A 2.60 wt. % solution of PANI/DNNSA in this example was prepared by mixing 0.9624 grams of the XICP—OSO1 with 14.3594 g xylene (EM Science, purity: 98.5%). The 2.60 wt % PANI/DSSA solution was loaded into a syringe and delivered to a spin coater through a 0.45 micron filter. The solution was spun in the spin coater at 1500 RPM for 90 seconds, removed from the spin coater and dried on a hot plate at 100° C. for 60 seconds. The resulting polyaniline layer had a thickness of 1,000 Angstroms.

The patterned layer of light emitting polymer, formed above, was laminated onto the charge injection layer with a Waterproof® Laminator with both rollers set to 125° C. and a rotation speed of 400 mm/minute. After removal of the donor element, the desired pattern was observed on the surface of the charge injection layer under a microscope at 50×enlargement.

A 2 mm×2 mm electrical contact layer of aluminum was then resistively deposited onto the transferred pattern of light emitting polymer to a thickness of 1500 Angstroms, to form the second electrical contact layer through aluminum masks with 20 2×2 mm openings.

To test the devices, contact pads were first formed by cleaning off the organic material in selected areas with solvents. Power was then applied from a DC power supply and the light output was measured with a luminance meter. The luminescence and current density as a function of the applied voltage at 6 different regions were measured. It was found that the luminescence increased as the applied voltage increased, as would be expected.

Patent Citations
Cited PatentFiling datePublication dateApplicantTitle
US3639123Oct 13, 1969Feb 1, 1972Du PontDouble-transfer process for photohardenable images
US5156938May 29, 1991Oct 20, 1992Graphics Technology International, Inc.Ablation-transfer imaging/recording
US5171650May 29, 1991Dec 15, 1992Graphics Technology International, Inc.Having dynamic release layer, imaging radiation-ablative topcoat; laser induced; for color proofing/printing, rapid, sensitive
US5688551May 16, 1996Nov 18, 1997Eastman Kodak CompanyForming pattern transparent conductive layer and substrate for electrodes and color organic electroluminescent media for display panels
US5710097Jun 27, 1996Jan 20, 1998Minnesota Mining And Manufacturing CompanySupports, spacers and adhesives
US5766819Nov 26, 1996Jun 16, 1998E. I. Dupont De Nemours And CompanyDonor elements, assemblages, and associated processes with flexible ejection layer(s) for laser-induced thermal transfer
US5851709Oct 31, 1997Dec 22, 1998Eastman Kodak CompanyMethod for selective transfer of a color organic layer
US5863465Nov 7, 1995Jan 26, 1999Monsanto CompanyEmulsion-polymerization process and electrically-conductive polyaniline salts
US5904961Jan 24, 1997May 18, 1999Eastman Kodak CompanyMethod of depositing organic layers in organic light emitting devices
US6022440Dec 8, 1997Feb 8, 2000Imation Corp.For transferring an ink-jet image composite from an original receptor to a final receptor.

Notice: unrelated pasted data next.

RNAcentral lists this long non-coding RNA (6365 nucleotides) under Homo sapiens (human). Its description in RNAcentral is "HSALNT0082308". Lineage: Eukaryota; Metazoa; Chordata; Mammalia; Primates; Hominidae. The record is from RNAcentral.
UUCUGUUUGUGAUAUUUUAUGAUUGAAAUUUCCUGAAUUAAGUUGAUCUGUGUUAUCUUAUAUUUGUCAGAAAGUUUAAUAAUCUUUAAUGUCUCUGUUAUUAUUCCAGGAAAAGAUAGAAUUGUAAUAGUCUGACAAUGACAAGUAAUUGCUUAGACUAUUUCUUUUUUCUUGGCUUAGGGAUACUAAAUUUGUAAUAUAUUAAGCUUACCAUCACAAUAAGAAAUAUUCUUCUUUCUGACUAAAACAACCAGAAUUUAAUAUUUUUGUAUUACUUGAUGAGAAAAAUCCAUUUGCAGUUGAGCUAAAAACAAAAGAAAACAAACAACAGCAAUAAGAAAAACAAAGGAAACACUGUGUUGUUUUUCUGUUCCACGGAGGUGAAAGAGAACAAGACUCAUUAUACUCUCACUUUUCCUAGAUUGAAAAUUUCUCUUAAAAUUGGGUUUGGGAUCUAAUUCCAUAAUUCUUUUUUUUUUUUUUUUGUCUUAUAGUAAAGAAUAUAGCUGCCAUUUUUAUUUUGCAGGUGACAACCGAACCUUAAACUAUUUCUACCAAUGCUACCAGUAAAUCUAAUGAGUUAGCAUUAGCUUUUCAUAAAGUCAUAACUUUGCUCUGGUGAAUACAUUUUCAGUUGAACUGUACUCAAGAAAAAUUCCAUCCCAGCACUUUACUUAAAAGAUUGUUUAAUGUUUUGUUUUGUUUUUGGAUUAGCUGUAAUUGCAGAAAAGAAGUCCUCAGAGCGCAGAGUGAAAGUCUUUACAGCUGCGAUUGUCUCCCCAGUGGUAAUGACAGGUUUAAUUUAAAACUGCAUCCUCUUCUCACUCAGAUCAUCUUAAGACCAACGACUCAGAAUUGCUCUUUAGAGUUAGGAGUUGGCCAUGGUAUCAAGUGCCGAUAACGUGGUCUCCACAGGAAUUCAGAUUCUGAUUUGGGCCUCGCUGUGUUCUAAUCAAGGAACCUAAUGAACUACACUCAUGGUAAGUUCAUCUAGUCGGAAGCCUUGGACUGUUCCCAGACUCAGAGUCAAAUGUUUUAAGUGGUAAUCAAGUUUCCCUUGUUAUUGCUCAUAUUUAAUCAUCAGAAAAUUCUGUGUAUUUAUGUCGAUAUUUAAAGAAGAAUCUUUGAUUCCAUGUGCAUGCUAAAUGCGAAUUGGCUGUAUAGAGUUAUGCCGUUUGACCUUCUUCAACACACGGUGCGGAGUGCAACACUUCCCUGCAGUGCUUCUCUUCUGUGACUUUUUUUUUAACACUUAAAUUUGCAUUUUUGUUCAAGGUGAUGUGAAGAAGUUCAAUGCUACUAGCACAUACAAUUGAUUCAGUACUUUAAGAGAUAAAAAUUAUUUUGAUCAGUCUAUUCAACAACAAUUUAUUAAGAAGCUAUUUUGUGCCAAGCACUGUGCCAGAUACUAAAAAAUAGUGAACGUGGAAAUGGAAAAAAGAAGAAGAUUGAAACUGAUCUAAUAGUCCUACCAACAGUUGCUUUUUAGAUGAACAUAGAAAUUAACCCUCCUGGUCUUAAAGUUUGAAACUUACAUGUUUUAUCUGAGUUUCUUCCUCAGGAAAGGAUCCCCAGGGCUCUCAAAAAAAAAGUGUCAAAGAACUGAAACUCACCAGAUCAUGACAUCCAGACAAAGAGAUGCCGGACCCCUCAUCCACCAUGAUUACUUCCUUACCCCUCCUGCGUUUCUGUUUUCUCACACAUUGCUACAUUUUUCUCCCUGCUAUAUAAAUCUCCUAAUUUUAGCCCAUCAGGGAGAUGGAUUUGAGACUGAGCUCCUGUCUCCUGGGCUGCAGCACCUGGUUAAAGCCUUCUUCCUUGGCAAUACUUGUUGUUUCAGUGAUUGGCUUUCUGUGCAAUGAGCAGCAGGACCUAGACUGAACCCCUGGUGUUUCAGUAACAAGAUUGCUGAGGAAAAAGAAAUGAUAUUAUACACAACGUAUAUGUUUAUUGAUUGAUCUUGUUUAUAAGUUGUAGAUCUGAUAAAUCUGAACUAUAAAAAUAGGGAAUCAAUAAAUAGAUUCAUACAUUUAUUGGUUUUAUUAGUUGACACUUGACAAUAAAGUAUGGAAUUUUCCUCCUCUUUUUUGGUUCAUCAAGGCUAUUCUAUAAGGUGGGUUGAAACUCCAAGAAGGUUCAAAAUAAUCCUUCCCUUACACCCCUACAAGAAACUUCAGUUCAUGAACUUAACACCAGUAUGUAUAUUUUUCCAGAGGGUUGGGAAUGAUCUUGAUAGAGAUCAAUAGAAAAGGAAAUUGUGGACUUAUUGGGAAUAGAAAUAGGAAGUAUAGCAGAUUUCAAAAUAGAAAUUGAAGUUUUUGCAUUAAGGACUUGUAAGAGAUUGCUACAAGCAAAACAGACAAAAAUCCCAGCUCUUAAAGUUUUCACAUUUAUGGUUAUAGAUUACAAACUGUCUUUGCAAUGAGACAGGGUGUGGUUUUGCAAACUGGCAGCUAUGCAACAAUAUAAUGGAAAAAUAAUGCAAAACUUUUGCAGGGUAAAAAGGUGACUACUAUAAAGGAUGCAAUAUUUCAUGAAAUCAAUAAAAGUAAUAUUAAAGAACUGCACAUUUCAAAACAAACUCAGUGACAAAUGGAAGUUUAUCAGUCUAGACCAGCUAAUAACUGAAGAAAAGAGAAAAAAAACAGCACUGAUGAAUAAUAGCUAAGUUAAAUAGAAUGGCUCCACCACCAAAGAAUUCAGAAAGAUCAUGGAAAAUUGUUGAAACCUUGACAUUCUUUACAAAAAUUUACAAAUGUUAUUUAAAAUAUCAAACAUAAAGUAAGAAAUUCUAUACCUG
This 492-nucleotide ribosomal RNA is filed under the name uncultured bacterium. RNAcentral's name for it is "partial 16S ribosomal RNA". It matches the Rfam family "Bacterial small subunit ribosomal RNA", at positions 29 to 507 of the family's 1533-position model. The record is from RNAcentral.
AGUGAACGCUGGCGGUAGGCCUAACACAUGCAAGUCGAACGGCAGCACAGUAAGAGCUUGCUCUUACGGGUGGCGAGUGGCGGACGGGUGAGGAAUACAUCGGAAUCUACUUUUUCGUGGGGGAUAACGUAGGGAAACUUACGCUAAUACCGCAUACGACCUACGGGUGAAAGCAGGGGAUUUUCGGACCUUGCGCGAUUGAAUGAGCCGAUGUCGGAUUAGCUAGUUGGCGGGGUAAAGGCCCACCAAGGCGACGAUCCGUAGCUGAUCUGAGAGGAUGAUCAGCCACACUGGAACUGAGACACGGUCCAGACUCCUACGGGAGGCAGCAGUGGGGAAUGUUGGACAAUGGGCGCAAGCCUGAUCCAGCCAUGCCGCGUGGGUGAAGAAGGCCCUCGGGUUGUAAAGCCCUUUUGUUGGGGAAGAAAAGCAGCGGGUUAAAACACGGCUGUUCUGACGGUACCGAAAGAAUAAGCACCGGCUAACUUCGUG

US6194119Dec 28, 1999Feb 27, 20013M Innovative Properties CompanyThermal transfer donor element with light to heat conversion layer, interlayer, and thermal transfer layer including release layer, cathode layer, light emitting polymer layer, small molecule hole transport layer and anode layer
US6366017Jul 14, 1999Apr 2, 2002Agilent Technologies, Inc/Organic light emitting diodes with distributed bragg reflector
US6582504Nov 21, 2000Jun 24, 2003Sharp Kabushiki KaishaCoating liquid for forming organic EL element
US20010000744Dec 1, 2000May 3, 20013M Innovative Properties CompanyThermal transfer element and process for forming organic electroluminescent devices
US20010031342Feb 7, 2001Oct 18, 2001Engle Lori P.Media for cold image transfer
US20010036561Feb 16, 2001Nov 1, 20013M Innovative Properties CompanyDevice on a receptor substrate two active layers formed by transferring a multicomponent transfer unit from a thermal transfer element comprising the transfer unit and a substrate; organic electroluminescent device
EP0851714A2Dec 23, 1997Jul 1, 1998Samsung Display Devices Co., Ltd.Donor film for organic thin film of organic electroluminescence device, and method for manufacturing organic electroluminescence device using the same
WO2000041893A1Jan 11, 2000Jul 20, 20003M Innovative Properties CoThermal transfer element and process for forming organic electroluminescent devices
Non-Patent Citations
Reference
1Chang, Hsin-Hua, et al., Multicolor organic LEDs processed by integration of screen printing and thermal transfer printing, Proceedings of SPIE, 2000, 127-134, vol. 4079.
2Noach, Salman et al., Microfabrication of an electroluminescent polymer light emitting diode pixel array, Appl. Phys. Lett., Dec. 9, 1996, 3650-3652, 69(24), American Institute of Physics.
3Rogers, John A. et al., Printing Process Suitable for Reel-to-Reel Production of High-Performance Organic Transistors and Circuits, Advanced Materials, 1999, 741-745, 11(9), Wiley-Vch, Weinheim, Germany.
Referenced by
Citing PatentFiling datePublication dateApplicantTitle
US8703579Jul 20, 2011Apr 22, 2014Semiconductor Energy Laborator Co., Ltd.Method of manufacturing semiconductor device
Classifications
U.S. Classification428/32.6, 438/83, 438/40, 428/690, 428/195.1, 257/43, 438/30, 438/102, 428/32.77, 428/32.81, 257/40, 430/258, 257/42, 257/41, 438/70, 438/103, 257/44
International ClassificationH05B33/10, B41M7/00, H01L51/50, B41M5/44, B41M3/00, H01L51/40, B41M5/40, B41M5/382, B41M5/46, H05B33/14, H05B33/00, H01L27/32, H01L51/00
Cooperative ClassificationY02E10/549, H01L51/0008, H01L51/5012, B41M5/465, B41M5/38207, B41M5/443, H01L51/0004, H01L51/0013, B41M7/0027, H01L27/32, H01L51/0009, B41M5/446
European ClassificationB41M5/382A, B41M5/46B, H01L51/00A2D, H01L27/32, H01L51/00A2H
Legal Events
DateCodeEventDescription
Nov 10, 2010FPAYFee payment
Year of fee payment: 4